GB Energy reports progress on 400-MW hydro project in Montana

The Federal Energy Regulatory Commission on June 5 said it is seeking comment and any competing offers related to GB Energy Park LLC’s May 1 application for a preliminary permit for the 400-MW Gordon Butte Pumped Storage project in Montana.

GB Energy Park is seeking another preliminary permit for this project, which would cover a 36-month period, to replace an expired preliminary permit that was issued by the commission in May 2010. A preliminary permit, if granted, allows a company to explore development of a project, without outside competition, while it decides on whether to file for a FERC license for the project.

The project would be a new development located in Meagher County, on private land owned by 71 Ranch LP. This hydroelectric facility would consist of an upper and lower off-stream, closed-loop reservoir complex and would include no new or existing river impoundment. The upper reservoir would be located at the north end of the top of Gordon Butte and the lower reservoir would be located adjacent to the northwest toe of the Butte.

The reservoirs would be connected by approximately 4,000 linear feet of 25-foot in diameter, steel-lined tunnel. A powerhouse would be located on the south side of the lower reservoir and would contain four turbine generator units of 100 MW each.

The water source for the project would be: the utilization of irrigation water from 71 Ranch coming out of Cottonwood Creek; water from the Martinsdale Reservoir located one mile to the east of the project; and/or water from a private reservoir located near the project.

Existing 100-kV and 500-kV transmission lines are within five miles of the project. The project may interconnect into one or both of the lines.

The 500-kV transmission line located near the project is co-owned by NorthWestern Energy, Puget Sound Power, PacifiCorp, Portland General Electric and Avista Corp. The interconnection into the 500-kV line would consist of a new substation at the proposed powerhouse and approximately 5.7 miles of new single circuit 500-kV line running to the south. As an alternative, the project may interconnect into the 100-kV line owned by NorthWestern Energy just to the north of the project, which would require about 1.1 miles of new 100-kV line.

The proposed project would have an average annual generation of 1,300 gigawatt-hours.

Company says this project can even out intermittent wind energy output

“The project would fulfill the public interest by enhancing the value of water resources in the region,” said the May 1 application from the company for the new preliminary permit. “Pumped storage hydropower allows for rapid response to shifts in power demands. The project would create a reliable source for generation and storage of power that would provide additional peaking capacity to the electrical grid and allow more effective operation of regional wind power generating facilities.”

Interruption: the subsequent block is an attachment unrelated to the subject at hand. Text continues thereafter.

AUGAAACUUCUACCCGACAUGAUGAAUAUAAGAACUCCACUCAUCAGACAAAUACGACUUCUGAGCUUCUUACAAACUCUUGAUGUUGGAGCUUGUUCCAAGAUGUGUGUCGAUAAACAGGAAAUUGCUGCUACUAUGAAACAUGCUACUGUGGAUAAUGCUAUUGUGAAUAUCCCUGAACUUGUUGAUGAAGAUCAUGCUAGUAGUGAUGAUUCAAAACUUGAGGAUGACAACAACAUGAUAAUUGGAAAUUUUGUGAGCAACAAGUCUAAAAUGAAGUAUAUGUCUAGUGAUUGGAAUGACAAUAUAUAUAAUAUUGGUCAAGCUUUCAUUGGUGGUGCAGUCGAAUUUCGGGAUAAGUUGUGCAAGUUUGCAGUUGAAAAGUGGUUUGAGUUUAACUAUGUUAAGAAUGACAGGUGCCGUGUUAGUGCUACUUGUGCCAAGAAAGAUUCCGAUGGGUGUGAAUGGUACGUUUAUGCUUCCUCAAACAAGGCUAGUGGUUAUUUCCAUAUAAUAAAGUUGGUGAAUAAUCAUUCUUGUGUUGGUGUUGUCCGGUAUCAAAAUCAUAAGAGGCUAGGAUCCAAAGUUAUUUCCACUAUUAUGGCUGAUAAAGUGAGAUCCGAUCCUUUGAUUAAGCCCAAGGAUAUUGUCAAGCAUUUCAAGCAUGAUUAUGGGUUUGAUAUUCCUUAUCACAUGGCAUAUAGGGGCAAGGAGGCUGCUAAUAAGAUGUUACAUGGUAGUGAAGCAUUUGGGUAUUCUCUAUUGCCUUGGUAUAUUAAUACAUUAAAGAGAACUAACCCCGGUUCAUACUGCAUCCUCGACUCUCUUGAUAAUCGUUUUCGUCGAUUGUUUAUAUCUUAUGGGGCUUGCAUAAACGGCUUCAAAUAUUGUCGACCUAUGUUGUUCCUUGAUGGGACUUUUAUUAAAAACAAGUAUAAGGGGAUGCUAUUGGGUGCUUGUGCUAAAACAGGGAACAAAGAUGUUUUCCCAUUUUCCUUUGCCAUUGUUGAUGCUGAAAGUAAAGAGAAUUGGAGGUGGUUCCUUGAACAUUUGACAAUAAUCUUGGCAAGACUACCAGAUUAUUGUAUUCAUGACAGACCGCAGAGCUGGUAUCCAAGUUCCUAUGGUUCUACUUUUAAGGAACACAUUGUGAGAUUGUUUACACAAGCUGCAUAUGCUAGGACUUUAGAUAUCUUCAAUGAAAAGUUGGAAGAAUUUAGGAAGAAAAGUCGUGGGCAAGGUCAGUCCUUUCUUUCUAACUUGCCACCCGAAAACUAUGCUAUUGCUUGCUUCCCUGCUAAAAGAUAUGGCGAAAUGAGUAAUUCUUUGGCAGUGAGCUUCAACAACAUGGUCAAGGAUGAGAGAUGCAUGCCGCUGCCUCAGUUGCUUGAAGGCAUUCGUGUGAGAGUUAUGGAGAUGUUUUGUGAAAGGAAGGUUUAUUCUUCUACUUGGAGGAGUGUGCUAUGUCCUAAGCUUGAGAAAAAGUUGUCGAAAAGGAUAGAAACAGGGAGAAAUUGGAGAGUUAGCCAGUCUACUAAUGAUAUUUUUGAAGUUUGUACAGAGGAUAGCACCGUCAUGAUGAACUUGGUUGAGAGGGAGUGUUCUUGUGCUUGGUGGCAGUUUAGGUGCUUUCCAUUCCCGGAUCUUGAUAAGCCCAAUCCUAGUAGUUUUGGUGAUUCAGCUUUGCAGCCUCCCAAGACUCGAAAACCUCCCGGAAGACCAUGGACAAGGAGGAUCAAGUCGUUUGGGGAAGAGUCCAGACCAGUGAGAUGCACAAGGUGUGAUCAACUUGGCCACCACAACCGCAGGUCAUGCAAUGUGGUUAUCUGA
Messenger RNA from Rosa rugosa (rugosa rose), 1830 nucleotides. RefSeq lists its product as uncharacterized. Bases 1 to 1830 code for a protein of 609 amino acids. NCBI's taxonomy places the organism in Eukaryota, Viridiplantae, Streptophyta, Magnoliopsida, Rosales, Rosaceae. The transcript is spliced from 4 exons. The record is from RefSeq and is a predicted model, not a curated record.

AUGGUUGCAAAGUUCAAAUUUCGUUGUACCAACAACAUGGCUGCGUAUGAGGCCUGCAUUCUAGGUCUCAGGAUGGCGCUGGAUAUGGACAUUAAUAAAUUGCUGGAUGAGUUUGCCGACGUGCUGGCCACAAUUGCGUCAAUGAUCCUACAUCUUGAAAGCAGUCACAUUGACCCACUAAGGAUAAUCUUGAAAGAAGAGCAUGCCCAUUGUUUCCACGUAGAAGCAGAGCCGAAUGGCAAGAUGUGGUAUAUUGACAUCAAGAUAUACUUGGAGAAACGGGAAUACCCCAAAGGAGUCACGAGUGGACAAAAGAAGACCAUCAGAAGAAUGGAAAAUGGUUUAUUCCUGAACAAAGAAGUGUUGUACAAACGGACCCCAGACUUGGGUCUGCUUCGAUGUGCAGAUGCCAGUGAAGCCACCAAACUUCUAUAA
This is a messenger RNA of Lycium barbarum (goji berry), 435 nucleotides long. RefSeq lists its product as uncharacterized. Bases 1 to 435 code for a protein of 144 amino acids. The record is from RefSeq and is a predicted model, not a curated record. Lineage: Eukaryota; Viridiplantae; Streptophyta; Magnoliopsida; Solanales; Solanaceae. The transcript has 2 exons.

In its last project update under the old preliminary permit, filed with the commission on April 30, the company reported recent progress in various areas, including:

  • In February 2013, it secured McMillen LLC as licensing consultant to assist with the FERC licensing process.
  • On April 2, 2013, it met with FERC staff in Washington, DC, to present a project update and discuss licensing strategies.
  • On April 8, 2013, it met with the newly-elected Montana governor’s staff as well as the head of the governor’s Economic Development Office for briefing on the project and to prepare for meetings with agency directors.
  • On April 12, 2013, the company held meetings with the new directors for the Montana Department of Environmental Quality, Montana Fish Wildlife and Parks and the Montana Department of Natural Resources and Conservation. It made plans with these directors for follow-up meetings in May 2013 to discuss potential environmental and other critical study needs for development of the FERC license. On this date the company also met with the State Director of the Montana Historical Society about the project.
  • On April 29, 2013, the company submitted a Notice of Intent to file a license application with the FERC, including a request to use the Traditional Licensing Process (TLP) and Preliminary Application Document (PAD).
About Barry Cassell 20414 Articles
Barry Cassell is Chief Analyst for GenerationHub covering coal and emission controls issues, projects and policy. He has covered the coal and power generation industry for more than 24 years, beginning in November 2011 at GenerationHub and prior to that as editor of SNL Energy’s Coal Report. He was formerly with Coal Outlook for 15 years as the publication’s editor and contributing writer, and prior to that he was editor of Coal & Synfuels Technology and associate editor of The Energy Report. He has a bachelor’s degree from Central Michigan University.